(*Right to Left*) Toxic Tears with The Real Munro
Generally in terms of the influencers, apart from one or two who were super friendly, they were mostly very, hmm what’s the word? – ….cliquey. And I get that when you don’t know someone you’re not likely to talk to them. But I think that in this industry and especially in the alternative sector of it – you should! The alt-community is still quite small compared to mainstream ones, so the best way to get yourself out there is to socialise with like-minded people. They can be quite unwelcoming actually; being ostracised is a worse feeling than someone actually being up in your face. The after-party was like that as well, everyone just stayed in their groups and more or less stayed away from us. Which kind of took me back to January at a Grime event….yeah it’s not great; it’s pretty shitty actually. People assume that the alt-community is naturally more accepting and inclusive because it’s alternative…nope! The thing that kinda pisses me off about the whole London Edge influencer set-up is that they all know each other prior to attending. And they always use the same influencers year after year. It’s fine to have a few of the same influencers on rotation, but LE, maybe you should try and find some new ones. Because I know for damn sure there are A LOT of alt bloggers and social media figures out there, and even if they’re not based in London, they’d be willing to travel down. Plus another thing that I’m going to nit-pick at is despite giving them feedback on this last season, they still have no influencers of colour! There’s @thehotcocoa and Yasmin Benoit to start with. They’re both POCs, that’s two already! But it’s not just an ethnicity thing…where are all the male bloggers? There are so many males equivalents to the females ones, they should be included as well.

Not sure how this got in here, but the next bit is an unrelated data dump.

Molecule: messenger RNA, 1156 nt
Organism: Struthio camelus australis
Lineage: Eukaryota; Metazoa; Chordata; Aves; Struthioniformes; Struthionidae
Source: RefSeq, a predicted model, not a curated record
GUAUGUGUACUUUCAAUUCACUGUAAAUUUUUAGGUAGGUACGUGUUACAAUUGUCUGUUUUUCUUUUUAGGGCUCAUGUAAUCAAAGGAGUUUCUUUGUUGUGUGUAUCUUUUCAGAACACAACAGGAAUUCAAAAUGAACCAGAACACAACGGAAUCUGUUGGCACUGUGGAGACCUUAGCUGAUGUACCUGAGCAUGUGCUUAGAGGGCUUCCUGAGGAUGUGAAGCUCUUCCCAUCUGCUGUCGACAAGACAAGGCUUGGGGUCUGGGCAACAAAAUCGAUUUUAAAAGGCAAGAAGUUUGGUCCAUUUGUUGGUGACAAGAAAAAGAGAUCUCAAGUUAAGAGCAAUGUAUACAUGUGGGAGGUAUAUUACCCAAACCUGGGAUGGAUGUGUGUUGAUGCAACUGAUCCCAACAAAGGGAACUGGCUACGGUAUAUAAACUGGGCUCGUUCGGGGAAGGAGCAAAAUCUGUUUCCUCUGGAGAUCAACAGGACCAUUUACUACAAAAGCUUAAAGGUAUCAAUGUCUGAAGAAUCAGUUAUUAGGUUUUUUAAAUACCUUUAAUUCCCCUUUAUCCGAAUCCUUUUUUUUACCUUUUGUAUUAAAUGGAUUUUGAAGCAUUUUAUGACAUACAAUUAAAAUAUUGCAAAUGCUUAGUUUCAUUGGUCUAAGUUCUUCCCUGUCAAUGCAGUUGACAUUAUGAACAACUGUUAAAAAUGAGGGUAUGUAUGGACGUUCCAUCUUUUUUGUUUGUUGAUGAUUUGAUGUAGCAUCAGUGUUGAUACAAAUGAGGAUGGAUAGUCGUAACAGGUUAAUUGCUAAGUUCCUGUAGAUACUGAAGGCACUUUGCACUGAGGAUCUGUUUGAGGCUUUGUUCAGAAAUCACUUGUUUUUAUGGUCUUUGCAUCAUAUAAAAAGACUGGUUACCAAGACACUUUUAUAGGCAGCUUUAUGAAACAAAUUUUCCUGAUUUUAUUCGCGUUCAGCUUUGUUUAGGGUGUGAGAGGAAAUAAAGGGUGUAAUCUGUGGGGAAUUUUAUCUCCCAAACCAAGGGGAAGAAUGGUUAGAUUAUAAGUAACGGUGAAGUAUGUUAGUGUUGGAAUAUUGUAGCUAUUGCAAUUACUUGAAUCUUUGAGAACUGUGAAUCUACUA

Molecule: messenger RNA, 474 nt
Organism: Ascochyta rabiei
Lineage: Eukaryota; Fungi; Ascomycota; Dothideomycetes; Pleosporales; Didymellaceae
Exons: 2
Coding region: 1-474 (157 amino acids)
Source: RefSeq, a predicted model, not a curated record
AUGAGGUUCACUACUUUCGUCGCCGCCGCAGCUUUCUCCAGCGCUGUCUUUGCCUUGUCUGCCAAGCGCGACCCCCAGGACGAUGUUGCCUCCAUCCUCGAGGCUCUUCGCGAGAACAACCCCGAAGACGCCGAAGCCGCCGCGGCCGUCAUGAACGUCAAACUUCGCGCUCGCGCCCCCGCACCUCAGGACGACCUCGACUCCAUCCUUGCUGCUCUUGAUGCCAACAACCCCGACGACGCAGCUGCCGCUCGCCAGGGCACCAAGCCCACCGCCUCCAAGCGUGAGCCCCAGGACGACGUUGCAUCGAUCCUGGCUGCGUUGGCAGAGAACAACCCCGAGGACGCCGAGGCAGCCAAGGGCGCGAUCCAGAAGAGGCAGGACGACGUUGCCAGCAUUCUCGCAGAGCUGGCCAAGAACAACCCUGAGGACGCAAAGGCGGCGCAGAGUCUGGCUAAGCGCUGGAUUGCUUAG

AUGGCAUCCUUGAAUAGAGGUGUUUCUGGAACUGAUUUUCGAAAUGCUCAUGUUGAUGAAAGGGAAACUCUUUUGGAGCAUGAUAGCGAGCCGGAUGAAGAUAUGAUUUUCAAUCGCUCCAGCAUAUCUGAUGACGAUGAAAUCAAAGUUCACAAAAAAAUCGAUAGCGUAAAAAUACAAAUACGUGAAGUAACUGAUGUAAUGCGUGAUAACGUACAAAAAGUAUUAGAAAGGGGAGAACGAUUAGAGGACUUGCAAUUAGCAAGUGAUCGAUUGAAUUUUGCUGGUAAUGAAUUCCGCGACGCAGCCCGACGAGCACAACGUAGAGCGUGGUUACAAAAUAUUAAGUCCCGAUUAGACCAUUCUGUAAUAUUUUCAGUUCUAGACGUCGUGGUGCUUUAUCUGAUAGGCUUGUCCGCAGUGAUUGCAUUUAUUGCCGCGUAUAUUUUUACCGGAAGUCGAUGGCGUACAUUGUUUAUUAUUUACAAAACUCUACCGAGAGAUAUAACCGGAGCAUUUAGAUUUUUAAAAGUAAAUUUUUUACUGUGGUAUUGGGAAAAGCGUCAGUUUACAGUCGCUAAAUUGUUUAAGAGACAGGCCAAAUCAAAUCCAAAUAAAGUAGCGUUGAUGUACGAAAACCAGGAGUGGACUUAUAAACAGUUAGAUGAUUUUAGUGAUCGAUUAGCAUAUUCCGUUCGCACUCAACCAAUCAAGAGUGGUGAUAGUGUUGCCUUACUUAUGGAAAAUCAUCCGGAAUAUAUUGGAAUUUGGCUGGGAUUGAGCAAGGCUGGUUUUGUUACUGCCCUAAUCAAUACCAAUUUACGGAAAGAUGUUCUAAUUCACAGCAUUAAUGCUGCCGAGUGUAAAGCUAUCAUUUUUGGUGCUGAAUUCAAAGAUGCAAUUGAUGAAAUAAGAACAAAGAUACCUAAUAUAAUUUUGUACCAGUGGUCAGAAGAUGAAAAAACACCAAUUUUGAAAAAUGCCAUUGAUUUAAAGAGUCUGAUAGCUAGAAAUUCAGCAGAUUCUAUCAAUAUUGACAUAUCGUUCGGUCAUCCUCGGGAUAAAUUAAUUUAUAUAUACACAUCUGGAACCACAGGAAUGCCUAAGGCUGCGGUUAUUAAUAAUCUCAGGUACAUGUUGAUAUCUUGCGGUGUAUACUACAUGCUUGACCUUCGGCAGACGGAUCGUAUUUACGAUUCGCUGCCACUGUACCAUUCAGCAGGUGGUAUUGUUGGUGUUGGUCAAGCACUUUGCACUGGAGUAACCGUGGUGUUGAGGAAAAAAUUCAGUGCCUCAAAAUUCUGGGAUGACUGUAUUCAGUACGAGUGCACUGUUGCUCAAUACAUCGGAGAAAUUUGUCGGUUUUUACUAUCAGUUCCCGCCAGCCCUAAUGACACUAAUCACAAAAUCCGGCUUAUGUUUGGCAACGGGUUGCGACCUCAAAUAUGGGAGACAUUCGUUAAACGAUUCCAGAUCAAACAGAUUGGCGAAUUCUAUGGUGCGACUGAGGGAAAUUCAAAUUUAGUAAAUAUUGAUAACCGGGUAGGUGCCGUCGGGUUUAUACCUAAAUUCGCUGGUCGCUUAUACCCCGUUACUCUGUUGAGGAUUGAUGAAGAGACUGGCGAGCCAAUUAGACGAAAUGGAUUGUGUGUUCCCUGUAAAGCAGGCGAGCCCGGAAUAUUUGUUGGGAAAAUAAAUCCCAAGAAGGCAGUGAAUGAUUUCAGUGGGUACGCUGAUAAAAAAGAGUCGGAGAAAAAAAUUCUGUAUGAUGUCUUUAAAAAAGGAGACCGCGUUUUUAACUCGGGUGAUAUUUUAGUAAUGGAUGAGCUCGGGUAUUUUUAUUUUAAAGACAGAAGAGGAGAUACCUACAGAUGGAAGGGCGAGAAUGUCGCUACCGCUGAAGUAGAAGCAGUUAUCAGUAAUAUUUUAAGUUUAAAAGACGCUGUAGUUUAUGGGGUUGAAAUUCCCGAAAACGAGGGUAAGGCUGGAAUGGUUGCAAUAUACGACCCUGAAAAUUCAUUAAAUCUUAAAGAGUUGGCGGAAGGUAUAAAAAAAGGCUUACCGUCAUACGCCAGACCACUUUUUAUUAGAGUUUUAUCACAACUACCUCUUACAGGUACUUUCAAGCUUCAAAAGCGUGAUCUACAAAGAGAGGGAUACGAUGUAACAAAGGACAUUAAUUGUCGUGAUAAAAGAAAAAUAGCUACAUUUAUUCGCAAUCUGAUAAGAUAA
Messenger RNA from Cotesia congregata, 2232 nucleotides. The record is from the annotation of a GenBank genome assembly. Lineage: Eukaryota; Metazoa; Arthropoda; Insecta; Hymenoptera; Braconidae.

Last year we missed the catwalk shows, but there was no chance I was missing it this year. And I’m glad I didn’t. The styling team and art directors behind it did a phenomenal job. Each outfit suited the model’s personality, and I don’t think there was a single one I disliked. I always feel hypnotised by catwalks shows in itself – I astral project into this alt-universe where it’s just me and the designers’ collections. My pupils dilate and my mind transfers into the mind of the Creative Director’s. Hey, I told you I had a passion for fashion! The bass of the music, the sassiness from the models – it was amazing! And the inclusivity amongst the selection of models as well. The largest model was about a UK 10/12, which for this industry, is an achievement! My only real complaint is the fact that none of the models were actually alternative. C’mon – it is an alternative trade show after all. From what the show presented to me, velvet -as always – is a popular trend for AW18. There was also a lot of fur trimming and Buffalo style boots. The whole streetwear trend is penetrating the alt-scene as well; many of the brands have opted for the more casual style. The length of dresses have been cropped, probably an ode to the societal acceptance of female sexuality…finally. Meanwhile, vintage brands are keeping everything classic, switching things up with darker deeper shades being their current preference.
LE is completely different from London Fashion Week…but I still like it. It’s only over the course of 2 days unlike LFW, and it’s just a whole different vibe. You’re not waiting in a queue for half an hour just to be seated at the back, because you have the ‘wrong‘ coloured sticker on your invite. You’re not having to be amongst pretentious people and possessive snobs. You’re not being forced to bare your teeth or pout constantly because you know a camera’s flashing in your face. And you’re certainly not having the same PR agency that credited your tickets in the 1st place tell you to “go stand back in line” whilst they greet Jaime Winstone! And don’t get me wrong – I LOVE LFW. I love dressing up, being extra and bougie, having influencers do a double take, seeing the designers’ collections. But LE is just so chill and calm, you go around of your own accord – you’re not really on a time bomb. And whilst many do dress up, you don’t have to; there’s not that pressure. And what’s why I love London Edge.